Anny Scoones: Amble through the world of poetry this summer

I met a poet once at a book reading in some dark, obscure bar in Vancouver, a lovely shaggy fellow who loved poetry. He said that poetry is “invigorating.”

I have always remembered his excitement over poetry. I have not written poetry but if I did, I would compose a poem titled: “Why I Won’t Take A Sauna.”

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When I had my dear old historic farm in North Saanich, I imported from the United States two rare-breed Gloucester Old Spot sows. They were enormous, sweet-smelling and placid creatures, their great warm pink bulk lumbering around the meadow, wallowing in their mud hole or nibbling at buttercups.

For the first month or two, they had to be quarantined, having arrived from another country. By order of Agriculture Canada, I had to wear a billowing hazmat type of white paper suit with a hood when I fed them.

Following their quarantine, I arranged a small swearing-in citizenship ceremony in their sty. The selected guests arrived, the dress code being “rubber boots” and “formal farm labour wear.”

The two new honoured Canadians grunted through the entire celebration, deep in their hay beds under a string of Canadian flags hung across the cobwebbed rafters, and only raised their lips to eat their cooked ­Canadian potato and apple slices (the guests had ­champagne).

One of the invited knew the Canadian poet P.K. Page. P.K. could not make the ceremony, but sent along a delightful poem welcoming the pigs to their new country. She was kind enough to allow me to include her poem in my first book:

“Let us lift up our glasses

To two lovely lasses

Whose pulchritude fills us with bliss.”

If you would like to read poetry but are a bit hesitant, or feel you may not understand it, give yourself some quiet time and pick up one of P.K. Page’s poetry collections. My personal favourite is Hand Luggage: A Memoir in Verse (2006, The Porcupine’s Quill), which you may still be able to fin­d in some bookstores, or excerpted in other collections.

P.K., who passed away in 2010, was ­married to W. Arthur Irwin, a Canadian ­diplomat, and a dominant theme in her lovely, poignant, readable verse is her travels, reflections and observations as a diplomat’s wife in various locations.

She writes about her house when they were posted in Australia, “… with a bell in each room … Ex(cellency) — God’s truth! Unbelievably swank!”

When she heard, while attending a fancy dinner party, that Dylan Thomas had died, she writes: “… and I grieved by myself. Our hosts little knew that a light had gone out.” In Brazil she ate turtle: “Its shell was the plate (Why was it disturbing when oysters are not?)”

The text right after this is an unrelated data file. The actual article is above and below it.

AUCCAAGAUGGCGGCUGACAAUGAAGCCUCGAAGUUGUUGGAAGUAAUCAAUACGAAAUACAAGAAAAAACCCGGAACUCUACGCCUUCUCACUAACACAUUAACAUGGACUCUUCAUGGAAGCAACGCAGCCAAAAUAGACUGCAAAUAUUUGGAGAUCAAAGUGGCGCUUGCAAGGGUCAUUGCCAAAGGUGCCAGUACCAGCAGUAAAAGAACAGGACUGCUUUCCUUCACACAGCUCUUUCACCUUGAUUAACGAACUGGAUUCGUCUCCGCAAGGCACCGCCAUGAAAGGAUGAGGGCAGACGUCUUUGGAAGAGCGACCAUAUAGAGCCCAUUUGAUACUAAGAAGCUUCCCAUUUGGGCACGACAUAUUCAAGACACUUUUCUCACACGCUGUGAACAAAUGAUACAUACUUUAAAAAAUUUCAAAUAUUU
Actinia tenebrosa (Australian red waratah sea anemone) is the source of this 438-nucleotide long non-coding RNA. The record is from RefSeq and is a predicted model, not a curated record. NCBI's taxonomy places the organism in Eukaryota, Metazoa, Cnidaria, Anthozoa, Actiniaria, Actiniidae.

The Essential P.K. Page, selected by Arlene Lampert and Théa Gray (2008, The Porcupine’s Quill), provides a variety of her poetry. In Address at Simon Fraser (excerpt), she gives this advice: “So, what is there to tell you? Only this, ‘Imagination is the star of man’.”

Bramah and the Beggar Boy by Renée Sarojini Saklikar (2021, Nightwood Editions) is a completely different read, but will appeal to those who love deeply involved fantastical story telling, in this case in verse.

There is a multitude of levels to this tale, told as an epic fantasy, the major theme being the ravaging effects of climate change. Bramah is a “brown, brave and beautiful” locksmith (female) who meets an orphan beggar boy. Together, through magic, her grandmother and “Four Aunties of the Wishing Well,” plus time travel, they battle the evil (known as the “Consortium”) of the planet, which has been destroyed by ­“surging tides … wild fires .. . water rights abandoned …”

Brahma introduces the beggar boy to her Grandmother, a wise elder who, with “… her warm hands, her unlined skin …,” saves seeds. “Grandmother took the boy’s hand and shook kernels, red dawn, sequoia swirls, hard spindle-shaped, seeds as thin as oatmeal flakes fluttered down.”

Recently, I had the delightful task of ­hosting a live writing-panel event at Royal Athletic Park.

Local poet Arleen Paré was one of the readers. Her latest book of poems, Earle Street (2020, Talonbooks), is a cool and soothing collection of observations from her home on Earle Street in Fairfield. She sees her home in four sections: as a river, an arboretum, a window and a whole world.

November Bird Count From Inside The House describes her bird observations, ending with the crow count: “American crow: seven, eight, no, nine. Wait, seventeen.”

I related strongly to her evening strolls, “the orange rectangular glow that amplifies uncurtained windows … amber lit at the end of the day …”

So try a bit of poetry this summer — amble through the words as if taking a walk, and see what resonates with you!

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